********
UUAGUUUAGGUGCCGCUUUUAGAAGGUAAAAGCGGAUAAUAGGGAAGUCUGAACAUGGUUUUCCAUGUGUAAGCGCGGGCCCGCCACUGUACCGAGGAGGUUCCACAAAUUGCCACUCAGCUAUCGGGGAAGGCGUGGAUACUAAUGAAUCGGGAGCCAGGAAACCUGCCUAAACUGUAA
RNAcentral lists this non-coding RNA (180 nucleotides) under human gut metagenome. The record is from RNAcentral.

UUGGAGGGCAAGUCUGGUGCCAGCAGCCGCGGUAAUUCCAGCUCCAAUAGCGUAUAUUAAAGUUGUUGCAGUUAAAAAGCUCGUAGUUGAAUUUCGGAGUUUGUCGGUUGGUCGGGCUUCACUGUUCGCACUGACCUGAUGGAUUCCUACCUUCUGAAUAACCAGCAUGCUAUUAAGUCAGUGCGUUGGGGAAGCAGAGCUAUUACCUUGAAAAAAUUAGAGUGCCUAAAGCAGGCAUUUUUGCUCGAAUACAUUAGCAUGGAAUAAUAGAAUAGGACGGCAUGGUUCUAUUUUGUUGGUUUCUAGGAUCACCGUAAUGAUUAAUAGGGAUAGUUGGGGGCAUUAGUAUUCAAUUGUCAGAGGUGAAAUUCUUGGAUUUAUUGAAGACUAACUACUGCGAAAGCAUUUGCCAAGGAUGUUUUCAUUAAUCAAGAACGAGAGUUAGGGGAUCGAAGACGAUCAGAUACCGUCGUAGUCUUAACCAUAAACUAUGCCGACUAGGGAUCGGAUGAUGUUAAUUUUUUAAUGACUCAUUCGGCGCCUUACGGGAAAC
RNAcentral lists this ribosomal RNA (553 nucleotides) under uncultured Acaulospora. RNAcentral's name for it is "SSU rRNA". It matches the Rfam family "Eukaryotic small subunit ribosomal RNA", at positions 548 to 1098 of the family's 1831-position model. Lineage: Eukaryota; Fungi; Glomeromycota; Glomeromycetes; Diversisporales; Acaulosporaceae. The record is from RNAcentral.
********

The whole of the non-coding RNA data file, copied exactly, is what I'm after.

UUAGUUUAGGUGCCGCUUUUAGAAGGUAAAAGCGGAUAAUAGGGAAGUCUGAACAUGGUUUUCCAUGUGUAAGCGCGGGCCCGCCACUGUACCGAGGAGGUUCCACAAAUUGCCACUCAGCUAUCGGGGAAGGCGUGGAUACUAAUGAAUCGGGAGCCAGGAAACCUGCCUAAACUGUAA
RNAcentral lists this non-coding RNA (180 nucleotides) under human gut metagenome. The record is from RNAcentral.

UUGGAGGGCAAGUCUGGUGCCAGCAGCCGCGGUAAUUCCAGCUCCAAUAGCGUAUAUUAAAGUUGUUGCAGUUAAAAAGCUCGUAGUUGAAUUUCGGAGUUUGUCGGUUGGUCGGGCUUCACUGUUCGCACUGACCUGAUGGAUUCCUACCUUCUGAAUAACCAGCAUGCUAUUAAGUCAGUGCGUUGGGGAAGCAGAGCUAUUACCUUGAAAAAAUUAGAGUGCCUAAAGCAGGCAUUUUUGCUCGAAUACAUUAGCAUGGAAUAAUAGAAUAGGACGGCAUGGUUCUAUUUUGUUGGUUUCUAGGAUCACCGUAAUGAUUAAUAGGGAUAGUUGGGGGCAUUAGUAUUCAAUUGUCAGAGGUGAAAUUCUUGGAUUUAUUGAAGACUAACUACUGCGAAAGCAUUUGCCAAGGAUGUUUUCAUUAAUCAAGAACGAGAGUUAGGGGAUCGAAGACGAUCAGAUACCGUCGUAGUCUUAACCAUAAACUAUGCCGACUAGGGAUCGGAUGAUGUUAAUUUUUUAAUGACUCAUUCGGCGCCUUACGGGAAAC
RNAcentral lists this ribosomal RNA (553 nucleotides) under uncultured Acaulospora. RNAcentral's name for it is "SSU rRNA". It matches the Rfam family "Eukaryotic small subunit ribosomal RNA", at positions 548 to 1098 of the family's 1831-position model. Lineage: Eukaryota; Fungi; Glomeromycota; Glomeromycetes; Diversisporales; Acaulosporaceae. The record is from RNAcentral.